Many workings, as the OP noted, were much shorter still, this now brings us onto working practices. Depots were, it would seem, loath to allow their locos, particularly 'top link' one's to be taken on by 'foreign' depots or crews, and workings were generally arranged to return locos back to their home depot. Perhaps a factor here, their would of course have been no centralised maintenance records, so keeping it returning home would help keep track of what was done. Also, the practice of regular manning of top link link engines, mentioned earlier regards pre-group times, hadn't entirely gone away, the idea being, i believe, that drivers would take greater pride in looking after their 'own' engine, and this seems to have continued on / off at various times virtually till the end of mainline express steam. For example, there's numerous references to in the 50s No.7 being Bill Hoole's 'regular' engine, or the well know books of 'Toram Beg' with his regular, No.100.

So, when the home depot crew were due to come off, so, often, did the loco. Although I don't think they would necessarily be worked back by the same crew after the time needed for servicing, it could still likely be by another crew from it's home depot. Grantham was one change point mentioned by the OP which appears strange now, it was AIUI, the furthest a Tyneside crew could work out and back. Although they did work through to London these were of course lodging turns which would seem were a minority, most turns being been out and back in a shift. It wasn't until the HST that London and back in a shift became possible.

Edited by Ken.W
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The main barrier to very long distance workings was ashpan capacity: once this was full the steaming went right down the nick. Pre-war, both LMS and LNER Pacifics were rostered for the circa 400 miles between London and Edinburgh / Glasgow. There would be a crew change en route; on the LNER this was non-stop through the corridor tender but the LMS made a two minute stop at Carlisle for the purpose. The change was not made at Citadel station but outside it at either Upperby or Kingmoor, so the timetable showed these trains as 'non-stop'.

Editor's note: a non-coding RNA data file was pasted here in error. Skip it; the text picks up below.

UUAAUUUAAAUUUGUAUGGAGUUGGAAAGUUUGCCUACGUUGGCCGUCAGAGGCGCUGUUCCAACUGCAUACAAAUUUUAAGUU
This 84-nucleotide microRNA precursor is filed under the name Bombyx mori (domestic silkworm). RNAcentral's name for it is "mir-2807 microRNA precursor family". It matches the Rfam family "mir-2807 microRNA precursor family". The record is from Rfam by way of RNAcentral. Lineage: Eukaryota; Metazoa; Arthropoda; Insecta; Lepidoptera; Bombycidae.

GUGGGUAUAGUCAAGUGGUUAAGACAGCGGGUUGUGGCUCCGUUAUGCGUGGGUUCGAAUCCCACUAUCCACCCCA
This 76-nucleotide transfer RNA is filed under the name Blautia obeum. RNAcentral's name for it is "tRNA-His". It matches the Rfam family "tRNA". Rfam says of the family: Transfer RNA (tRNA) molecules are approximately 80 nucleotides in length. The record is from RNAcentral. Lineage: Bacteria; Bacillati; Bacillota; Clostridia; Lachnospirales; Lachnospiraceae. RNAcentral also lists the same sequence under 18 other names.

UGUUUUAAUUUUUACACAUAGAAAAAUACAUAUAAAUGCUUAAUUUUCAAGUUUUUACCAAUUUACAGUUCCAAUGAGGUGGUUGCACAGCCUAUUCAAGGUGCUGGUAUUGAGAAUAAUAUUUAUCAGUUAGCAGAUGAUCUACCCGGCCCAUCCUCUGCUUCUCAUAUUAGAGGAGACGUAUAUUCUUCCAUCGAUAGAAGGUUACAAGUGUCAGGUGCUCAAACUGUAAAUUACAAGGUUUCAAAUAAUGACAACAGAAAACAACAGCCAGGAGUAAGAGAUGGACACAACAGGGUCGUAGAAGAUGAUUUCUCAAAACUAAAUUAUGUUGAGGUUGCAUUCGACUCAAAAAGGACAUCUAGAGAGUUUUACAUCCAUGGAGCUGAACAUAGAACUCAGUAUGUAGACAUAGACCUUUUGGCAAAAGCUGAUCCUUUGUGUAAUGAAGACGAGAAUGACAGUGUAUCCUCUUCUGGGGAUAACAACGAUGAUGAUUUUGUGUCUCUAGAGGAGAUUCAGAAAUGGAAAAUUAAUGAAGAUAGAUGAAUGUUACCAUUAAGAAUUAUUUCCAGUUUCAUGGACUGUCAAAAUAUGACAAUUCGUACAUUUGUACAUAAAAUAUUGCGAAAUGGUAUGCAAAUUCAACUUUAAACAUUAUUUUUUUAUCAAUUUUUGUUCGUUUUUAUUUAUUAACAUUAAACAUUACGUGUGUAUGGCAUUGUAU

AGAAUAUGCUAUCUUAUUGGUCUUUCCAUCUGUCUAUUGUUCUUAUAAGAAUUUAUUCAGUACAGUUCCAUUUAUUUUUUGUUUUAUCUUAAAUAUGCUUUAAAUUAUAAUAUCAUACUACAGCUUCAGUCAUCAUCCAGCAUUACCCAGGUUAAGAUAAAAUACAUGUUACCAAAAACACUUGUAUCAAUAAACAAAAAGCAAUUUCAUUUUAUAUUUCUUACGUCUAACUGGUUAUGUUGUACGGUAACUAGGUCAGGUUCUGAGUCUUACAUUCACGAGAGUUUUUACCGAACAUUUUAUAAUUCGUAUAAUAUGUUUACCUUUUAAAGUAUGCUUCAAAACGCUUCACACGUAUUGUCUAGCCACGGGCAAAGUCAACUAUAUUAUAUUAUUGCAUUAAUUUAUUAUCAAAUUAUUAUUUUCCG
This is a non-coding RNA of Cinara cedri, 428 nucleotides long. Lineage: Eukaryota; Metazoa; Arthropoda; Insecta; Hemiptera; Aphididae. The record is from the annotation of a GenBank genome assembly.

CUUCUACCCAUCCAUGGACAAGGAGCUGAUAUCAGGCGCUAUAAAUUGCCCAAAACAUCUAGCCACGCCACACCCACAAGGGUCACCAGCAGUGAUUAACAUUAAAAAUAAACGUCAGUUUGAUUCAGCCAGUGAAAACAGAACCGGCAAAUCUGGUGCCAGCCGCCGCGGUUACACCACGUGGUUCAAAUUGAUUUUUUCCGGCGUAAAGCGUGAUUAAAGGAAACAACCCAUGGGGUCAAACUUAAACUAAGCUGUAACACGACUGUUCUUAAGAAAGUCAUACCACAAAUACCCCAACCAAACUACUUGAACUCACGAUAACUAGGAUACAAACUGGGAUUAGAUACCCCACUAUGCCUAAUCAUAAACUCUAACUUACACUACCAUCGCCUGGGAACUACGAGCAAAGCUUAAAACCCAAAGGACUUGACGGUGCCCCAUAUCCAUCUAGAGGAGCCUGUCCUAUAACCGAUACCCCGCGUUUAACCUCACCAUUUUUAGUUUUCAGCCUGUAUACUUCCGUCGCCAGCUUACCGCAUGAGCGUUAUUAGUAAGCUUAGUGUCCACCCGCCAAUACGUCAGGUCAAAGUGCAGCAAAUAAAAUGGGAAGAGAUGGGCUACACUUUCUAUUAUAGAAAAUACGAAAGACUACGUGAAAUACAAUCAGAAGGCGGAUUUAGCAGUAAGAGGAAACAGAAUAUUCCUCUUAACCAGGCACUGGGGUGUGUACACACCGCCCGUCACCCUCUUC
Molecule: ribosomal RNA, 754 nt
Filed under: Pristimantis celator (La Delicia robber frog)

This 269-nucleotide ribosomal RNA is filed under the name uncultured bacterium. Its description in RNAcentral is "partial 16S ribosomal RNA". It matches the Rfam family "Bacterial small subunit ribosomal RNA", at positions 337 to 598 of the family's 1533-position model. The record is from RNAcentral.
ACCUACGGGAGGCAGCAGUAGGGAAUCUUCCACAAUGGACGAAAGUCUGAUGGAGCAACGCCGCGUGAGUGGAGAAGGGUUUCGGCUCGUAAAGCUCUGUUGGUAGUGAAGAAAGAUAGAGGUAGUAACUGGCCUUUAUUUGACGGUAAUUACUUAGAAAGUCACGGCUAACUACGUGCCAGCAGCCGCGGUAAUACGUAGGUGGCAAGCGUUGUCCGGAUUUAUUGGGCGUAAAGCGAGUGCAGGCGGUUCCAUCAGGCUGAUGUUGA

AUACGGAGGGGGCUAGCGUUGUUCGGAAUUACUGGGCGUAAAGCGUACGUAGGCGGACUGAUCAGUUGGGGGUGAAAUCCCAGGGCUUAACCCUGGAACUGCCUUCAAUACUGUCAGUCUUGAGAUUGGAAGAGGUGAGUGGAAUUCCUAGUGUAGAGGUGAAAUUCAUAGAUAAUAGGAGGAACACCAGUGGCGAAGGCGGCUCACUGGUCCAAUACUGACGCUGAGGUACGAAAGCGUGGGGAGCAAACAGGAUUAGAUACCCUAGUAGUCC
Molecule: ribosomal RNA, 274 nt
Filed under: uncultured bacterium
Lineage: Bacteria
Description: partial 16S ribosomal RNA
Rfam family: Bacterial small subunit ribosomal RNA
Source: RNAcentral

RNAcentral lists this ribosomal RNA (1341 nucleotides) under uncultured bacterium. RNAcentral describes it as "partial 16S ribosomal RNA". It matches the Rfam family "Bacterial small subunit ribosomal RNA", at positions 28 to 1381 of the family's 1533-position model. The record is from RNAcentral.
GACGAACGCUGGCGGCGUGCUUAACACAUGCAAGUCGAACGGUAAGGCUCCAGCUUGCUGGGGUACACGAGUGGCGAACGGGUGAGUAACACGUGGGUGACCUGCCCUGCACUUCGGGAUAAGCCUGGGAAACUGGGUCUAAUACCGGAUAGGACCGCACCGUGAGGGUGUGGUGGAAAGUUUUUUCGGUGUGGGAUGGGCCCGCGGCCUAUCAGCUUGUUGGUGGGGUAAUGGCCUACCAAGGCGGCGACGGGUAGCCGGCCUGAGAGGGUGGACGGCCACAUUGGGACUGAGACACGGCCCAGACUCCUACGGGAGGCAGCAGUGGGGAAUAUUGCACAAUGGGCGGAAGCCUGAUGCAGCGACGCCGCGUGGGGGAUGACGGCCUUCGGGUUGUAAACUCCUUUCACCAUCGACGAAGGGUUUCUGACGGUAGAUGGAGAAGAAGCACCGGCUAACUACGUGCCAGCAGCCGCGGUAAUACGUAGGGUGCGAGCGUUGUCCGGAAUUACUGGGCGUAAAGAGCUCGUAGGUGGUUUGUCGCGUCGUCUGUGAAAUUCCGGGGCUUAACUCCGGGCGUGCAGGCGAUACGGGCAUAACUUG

Post war, this became more difficult as coal quality was reduced with a higher ash content, so the ashpan would become overfilled earlier and the LMR, at least, inserted an engine change at Citadel station. As far as I know, only the 'Caledonian' didn't change locos, but had a reduced load of only eight bogies to deal with.

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6 minutes ago, LMS2968 said:

The main barrier to very long distance workings was ashpan capacity: once this was full the steaming went right down the nick.

 

Longon-Glasgow was a good example. It had 2 big problems: the climbs up Shap & Beattock. Shap is over 250 miles into the journey & Beattock past 300.

The solution was to put on a fresh loco for these....until the LMS built their Pacifics, which were powerful enough that they could manage the climbs even with a dirty ashpan.

 

There are lots of photos of Duchesses swapping at Carlisle in BR days, which illustrates the point in the above post about poorer coal quality post-war.

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Interesting topic and some really informative replies.

 

May I please extend the OP's query to include engine changes on long distance and inter-regional freight workings throughout the steam era post WW2.

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16 minutes ago, Right Away said:

May I please extend the OP's query to include engine changes on long distance and inter-regional freight workings throughout the steam era post WW2.

 

From Terry Essery's Firing Days at Saltley, it's clear that locomotives generally worked through - at least with a division - but crews were changed to fit the day's work within the eight hours, at least on principle - much overtime was earned sitting in lie-byes waiting for a bath. An exception was the Birmingham - Carlisle freights via the Midland route, which were lodging turns. It's far from clear why that had still to be the case - the train had several stops for examination where a crew change could easily have been accomplished. As with the passenger non-stops, there were tales of shovelling in the last of the coal somewhere around Kingsbury Junction and coming on to Saltley shed with the bunker swept and polished.

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1 hour ago, Right Away said:

Interesting topic and some really informative replies.

 

May I please extend the OP's query to include engine changes on long distance and inter-regional freight workings throughout the steam era post WW2.